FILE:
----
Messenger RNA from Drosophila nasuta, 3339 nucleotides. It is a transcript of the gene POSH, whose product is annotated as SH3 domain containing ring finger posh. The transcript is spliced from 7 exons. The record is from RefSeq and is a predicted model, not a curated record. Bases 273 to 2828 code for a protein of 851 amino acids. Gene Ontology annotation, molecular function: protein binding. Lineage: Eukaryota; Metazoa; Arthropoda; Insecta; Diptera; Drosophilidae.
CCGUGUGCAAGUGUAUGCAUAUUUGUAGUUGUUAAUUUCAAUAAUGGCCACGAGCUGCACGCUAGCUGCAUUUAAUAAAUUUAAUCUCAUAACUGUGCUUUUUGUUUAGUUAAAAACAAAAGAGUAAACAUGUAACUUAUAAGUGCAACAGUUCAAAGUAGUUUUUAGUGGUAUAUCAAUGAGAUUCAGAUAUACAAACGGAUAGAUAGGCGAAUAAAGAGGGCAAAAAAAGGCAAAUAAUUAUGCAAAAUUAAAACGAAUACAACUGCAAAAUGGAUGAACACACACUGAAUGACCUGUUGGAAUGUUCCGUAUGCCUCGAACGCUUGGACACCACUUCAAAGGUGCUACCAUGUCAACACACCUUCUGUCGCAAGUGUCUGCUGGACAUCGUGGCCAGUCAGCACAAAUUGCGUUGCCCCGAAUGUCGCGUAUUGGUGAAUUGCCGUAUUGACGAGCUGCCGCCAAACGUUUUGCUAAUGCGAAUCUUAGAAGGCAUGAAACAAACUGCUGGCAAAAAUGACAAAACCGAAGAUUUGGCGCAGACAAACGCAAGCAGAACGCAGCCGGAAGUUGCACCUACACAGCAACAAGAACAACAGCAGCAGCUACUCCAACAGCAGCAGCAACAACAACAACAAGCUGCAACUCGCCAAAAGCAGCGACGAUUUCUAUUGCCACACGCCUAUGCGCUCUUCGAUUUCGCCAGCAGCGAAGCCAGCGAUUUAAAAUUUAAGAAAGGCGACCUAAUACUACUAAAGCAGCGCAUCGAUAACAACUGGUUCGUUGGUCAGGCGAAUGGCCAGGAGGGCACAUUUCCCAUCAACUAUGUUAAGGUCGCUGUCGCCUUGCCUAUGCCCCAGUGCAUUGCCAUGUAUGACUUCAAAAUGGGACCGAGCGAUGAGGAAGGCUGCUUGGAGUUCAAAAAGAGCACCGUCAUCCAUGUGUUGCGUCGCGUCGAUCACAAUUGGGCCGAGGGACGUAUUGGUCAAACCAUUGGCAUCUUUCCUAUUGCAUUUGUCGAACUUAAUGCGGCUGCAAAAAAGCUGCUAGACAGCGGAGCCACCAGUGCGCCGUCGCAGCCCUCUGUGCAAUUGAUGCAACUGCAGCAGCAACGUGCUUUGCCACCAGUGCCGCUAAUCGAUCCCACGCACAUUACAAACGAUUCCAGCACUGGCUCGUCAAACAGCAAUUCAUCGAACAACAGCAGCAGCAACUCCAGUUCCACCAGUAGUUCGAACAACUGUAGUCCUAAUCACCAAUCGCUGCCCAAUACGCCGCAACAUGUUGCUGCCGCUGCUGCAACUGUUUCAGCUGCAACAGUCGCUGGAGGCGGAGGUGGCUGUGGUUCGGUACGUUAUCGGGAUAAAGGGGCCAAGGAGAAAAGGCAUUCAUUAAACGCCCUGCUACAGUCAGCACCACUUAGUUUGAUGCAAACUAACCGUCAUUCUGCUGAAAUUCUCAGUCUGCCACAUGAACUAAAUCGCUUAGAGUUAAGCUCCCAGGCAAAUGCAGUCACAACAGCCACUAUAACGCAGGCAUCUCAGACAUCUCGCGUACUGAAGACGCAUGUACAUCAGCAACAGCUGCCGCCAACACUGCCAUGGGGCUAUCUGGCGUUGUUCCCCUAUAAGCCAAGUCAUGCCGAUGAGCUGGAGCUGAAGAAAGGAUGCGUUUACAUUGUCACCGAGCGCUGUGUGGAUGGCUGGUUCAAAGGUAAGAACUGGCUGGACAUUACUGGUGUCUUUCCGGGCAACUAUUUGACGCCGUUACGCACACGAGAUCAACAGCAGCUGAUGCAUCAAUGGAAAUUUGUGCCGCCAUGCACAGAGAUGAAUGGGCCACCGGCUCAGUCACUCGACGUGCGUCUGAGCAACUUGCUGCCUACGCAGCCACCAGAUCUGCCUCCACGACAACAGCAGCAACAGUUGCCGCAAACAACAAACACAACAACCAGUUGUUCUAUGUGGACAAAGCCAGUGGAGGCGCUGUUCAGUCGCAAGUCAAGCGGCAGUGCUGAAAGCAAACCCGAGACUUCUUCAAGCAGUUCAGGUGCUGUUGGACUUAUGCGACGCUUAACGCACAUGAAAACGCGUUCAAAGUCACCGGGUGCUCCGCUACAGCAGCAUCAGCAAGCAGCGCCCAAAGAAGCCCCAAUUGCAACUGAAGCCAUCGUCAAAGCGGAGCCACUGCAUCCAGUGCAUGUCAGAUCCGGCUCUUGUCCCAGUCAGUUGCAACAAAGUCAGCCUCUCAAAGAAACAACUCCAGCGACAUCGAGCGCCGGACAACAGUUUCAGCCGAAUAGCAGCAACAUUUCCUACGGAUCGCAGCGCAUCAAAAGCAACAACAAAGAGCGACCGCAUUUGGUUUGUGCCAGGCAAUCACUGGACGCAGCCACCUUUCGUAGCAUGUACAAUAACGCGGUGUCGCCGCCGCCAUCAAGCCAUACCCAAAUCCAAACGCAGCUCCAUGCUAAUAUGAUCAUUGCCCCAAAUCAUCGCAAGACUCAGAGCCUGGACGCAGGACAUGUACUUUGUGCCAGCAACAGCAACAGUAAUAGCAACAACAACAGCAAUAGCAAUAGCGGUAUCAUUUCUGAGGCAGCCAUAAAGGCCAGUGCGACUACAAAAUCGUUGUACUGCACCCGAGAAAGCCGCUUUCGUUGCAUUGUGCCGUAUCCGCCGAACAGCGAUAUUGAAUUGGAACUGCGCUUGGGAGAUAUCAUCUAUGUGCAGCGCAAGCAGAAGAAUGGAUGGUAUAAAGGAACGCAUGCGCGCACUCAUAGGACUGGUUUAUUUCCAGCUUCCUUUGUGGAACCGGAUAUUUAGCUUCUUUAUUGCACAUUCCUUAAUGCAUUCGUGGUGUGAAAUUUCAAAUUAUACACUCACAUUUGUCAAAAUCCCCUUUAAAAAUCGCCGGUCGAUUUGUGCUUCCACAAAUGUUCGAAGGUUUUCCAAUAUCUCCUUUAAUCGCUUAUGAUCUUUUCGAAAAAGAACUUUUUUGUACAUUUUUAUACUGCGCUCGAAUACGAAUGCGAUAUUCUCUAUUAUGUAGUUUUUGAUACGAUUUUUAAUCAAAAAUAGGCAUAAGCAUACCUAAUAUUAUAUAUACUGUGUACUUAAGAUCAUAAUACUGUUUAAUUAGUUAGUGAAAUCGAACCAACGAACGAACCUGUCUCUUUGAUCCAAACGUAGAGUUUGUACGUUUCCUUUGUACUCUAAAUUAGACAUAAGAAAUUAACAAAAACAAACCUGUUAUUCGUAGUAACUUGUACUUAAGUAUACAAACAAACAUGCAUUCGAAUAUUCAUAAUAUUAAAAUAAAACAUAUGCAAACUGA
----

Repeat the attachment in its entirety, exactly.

Messenger RNA from Drosophila nasuta, 3339 nucleotides. It is a transcript of the gene POSH, whose product is annotated as SH3 domain containing ring finger posh. The transcript is spliced from 7 exons. The record is from RefSeq and is a predicted model, not a curated record. Bases 273 to 2828 code for a protein of 851 amino acids. Gene Ontology annotation, molecular function: protein binding. Lineage: Eukaryota; Metazoa; Arthropoda; Insecta; Diptera; Drosophilidae.
CCGUGUGCAAGUGUAUGCAUAUUUGUAGUUGUUAAUUUCAAUAAUGGCCACGAGCUGCACGCUAGCUGCAUUUAAUAAAUUUAAUCUCAUAACUGUGCUUUUUGUUUAGUUAAAAACAAAAGAGUAAACAUGUAACUUAUAAGUGCAACAGUUCAAAGUAGUUUUUAGUGGUAUAUCAAUGAGAUUCAGAUAUACAAACGGAUAGAUAGGCGAAUAAAGAGGGCAAAAAAAGGCAAAUAAUUAUGCAAAAUUAAAACGAAUACAACUGCAAAAUGGAUGAACACACACUGAAUGACCUGUUGGAAUGUUCCGUAUGCCUCGAACGCUUGGACACCACUUCAAAGGUGCUACCAUGUCAACACACCUUCUGUCGCAAGUGUCUGCUGGACAUCGUGGCCAGUCAGCACAAAUUGCGUUGCCCCGAAUGUCGCGUAUUGGUGAAUUGCCGUAUUGACGAGCUGCCGCCAAACGUUUUGCUAAUGCGAAUCUUAGAAGGCAUGAAACAAACUGCUGGCAAAAAUGACAAAACCGAAGAUUUGGCGCAGACAAACGCAAGCAGAACGCAGCCGGAAGUUGCACCUACACAGCAACAAGAACAACAGCAGCAGCUACUCCAACAGCAGCAGCAACAACAACAACAAGCUGCAACUCGCCAAAAGCAGCGACGAUUUCUAUUGCCACACGCCUAUGCGCUCUUCGAUUUCGCCAGCAGCGAAGCCAGCGAUUUAAAAUUUAAGAAAGGCGACCUAAUACUACUAAAGCAGCGCAUCGAUAACAACUGGUUCGUUGGUCAGGCGAAUGGCCAGGAGGGCACAUUUCCCAUCAACUAUGUUAAGGUCGCUGUCGCCUUGCCUAUGCCCCAGUGCAUUGCCAUGUAUGACUUCAAAAUGGGACCGAGCGAUGAGGAAGGCUGCUUGGAGUUCAAAAAGAGCACCGUCAUCCAUGUGUUGCGUCGCGUCGAUCACAAUUGGGCCGAGGGACGUAUUGGUCAAACCAUUGGCAUCUUUCCUAUUGCAUUUGUCGAACUUAAUGCGGCUGCAAAAAAGCUGCUAGACAGCGGAGCCACCAGUGCGCCGUCGCAGCCCUCUGUGCAAUUGAUGCAACUGCAGCAGCAACGUGCUUUGCCACCAGUGCCGCUAAUCGAUCCCACGCACAUUACAAACGAUUCCAGCACUGGCUCGUCAAACAGCAAUUCAUCGAACAACAGCAGCAGCAACUCCAGUUCCACCAGUAGUUCGAACAACUGUAGUCCUAAUCACCAAUCGCUGCCCAAUACGCCGCAACAUGUUGCUGCCGCUGCUGCAACUGUUUCAGCUGCAACAGUCGCUGGAGGCGGAGGUGGCUGUGGUUCGGUACGUUAUCGGGAUAAAGGGGCCAAGGAGAAAAGGCAUUCAUUAAACGCCCUGCUACAGUCAGCACCACUUAGUUUGAUGCAAACUAACCGUCAUUCUGCUGAAAUUCUCAGUCUGCCACAUGAACUAAAUCGCUUAGAGUUAAGCUCCCAGGCAAAUGCAGUCACAACAGCCACUAUAACGCAGGCAUCUCAGACAUCUCGCGUACUGAAGACGCAUGUACAUCAGCAACAGCUGCCGCCAACACUGCCAUGGGGCUAUCUGGCGUUGUUCCCCUAUAAGCCAAGUCAUGCCGAUGAGCUGGAGCUGAAGAAAGGAUGCGUUUACAUUGUCACCGAGCGCUGUGUGGAUGGCUGGUUCAAAGGUAAGAACUGGCUGGACAUUACUGGUGUCUUUCCGGGCAACUAUUUGACGCCGUUACGCACACGAGAUCAACAGCAGCUGAUGCAUCAAUGGAAAUUUGUGCCGCCAUGCACAGAGAUGAAUGGGCCACCGGCUCAGUCACUCGACGUGCGUCUGAGCAACUUGCUGCCUACGCAGCCACCAGAUCUGCCUCCACGACAACAGCAGCAACAGUUGCCGCAAACAACAAACACAACAACCAGUUGUUCUAUGUGGACAAAGCCAGUGGAGGCGCUGUUCAGUCGCAAGUCAAGCGGCAGUGCUGAAAGCAAACCCGAGACUUCUUCAAGCAGUUCAGGUGCUGUUGGACUUAUGCGACGCUUAACGCACAUGAAAACGCGUUCAAAGUCACCGGGUGCUCCGCUACAGCAGCAUCAGCAAGCAGCGCCCAAAGAAGCCCCAAUUGCAACUGAAGCCAUCGUCAAAGCGGAGCCACUGCAUCCAGUGCAUGUCAGAUCCGGCUCUUGUCCCAGUCAGUUGCAACAAAGUCAGCCUCUCAAAGAAACAACUCCAGCGACAUCGAGCGCCGGACAACAGUUUCAGCCGAAUAGCAGCAACAUUUCCUACGGAUCGCAGCGCAUCAAAAGCAACAACAAAGAGCGACCGCAUUUGGUUUGUGCCAGGCAAUCACUGGACGCAGCCACCUUUCGUAGCAUGUACAAUAACGCGGUGUCGCCGCCGCCAUCAAGCCAUACCCAAAUCCAAACGCAGCUCCAUGCUAAUAUGAUCAUUGCCCCAAAUCAUCGCAAGACUCAGAGCCUGGACGCAGGACAUGUACUUUGUGCCAGCAACAGCAACAGUAAUAGCAACAACAACAGCAAUAGCAAUAGCGGUAUCAUUUCUGAGGCAGCCAUAAAGGCCAGUGCGACUACAAAAUCGUUGUACUGCACCCGAGAAAGCCGCUUUCGUUGCAUUGUGCCGUAUCCGCCGAACAGCGAUAUUGAAUUGGAACUGCGCUUGGGAGAUAUCAUCUAUGUGCAGCGCAAGCAGAAGAAUGGAUGGUAUAAAGGAACGCAUGCGCGCACUCAUAGGACUGGUUUAUUUCCAGCUUCCUUUGUGGAACCGGAUAUUUAGCUUCUUUAUUGCACAUUCCUUAAUGCAUUCGUGGUGUGAAAUUUCAAAUUAUACACUCACAUUUGUCAAAAUCCCCUUUAAAAAUCGCCGGUCGAUUUGUGCUUCCACAAAUGUUCGAAGGUUUUCCAAUAUCUCCUUUAAUCGCUUAUGAUCUUUUCGAAAAAGAACUUUUUUGUACAUUUUUAUACUGCGCUCGAAUACGAAUGCGAUAUUCUCUAUUAUGUAGUUUUUGAUACGAUUUUUAAUCAAAAAUAGGCAUAAGCAUACCUAAUAUUAUAUAUACUGUGUACUUAAGAUCAUAAUACUGUUUAAUUAGUUAGUGAAAUCGAACCAACGAACGAACCUGUCUCUUUGAUCCAAACGUAGAGUUUGUACGUUUCCUUUGUACUCUAAAUUAGACAUAAGAAAUUAACAAAAACAAACCUGUUAUUCGUAGUAACUUGUACUUAAGUAUACAAACAAACAUGCAUUCGAAUAUUCAUAAUAUUAAAAUAAAACAUAUGCAAACUGA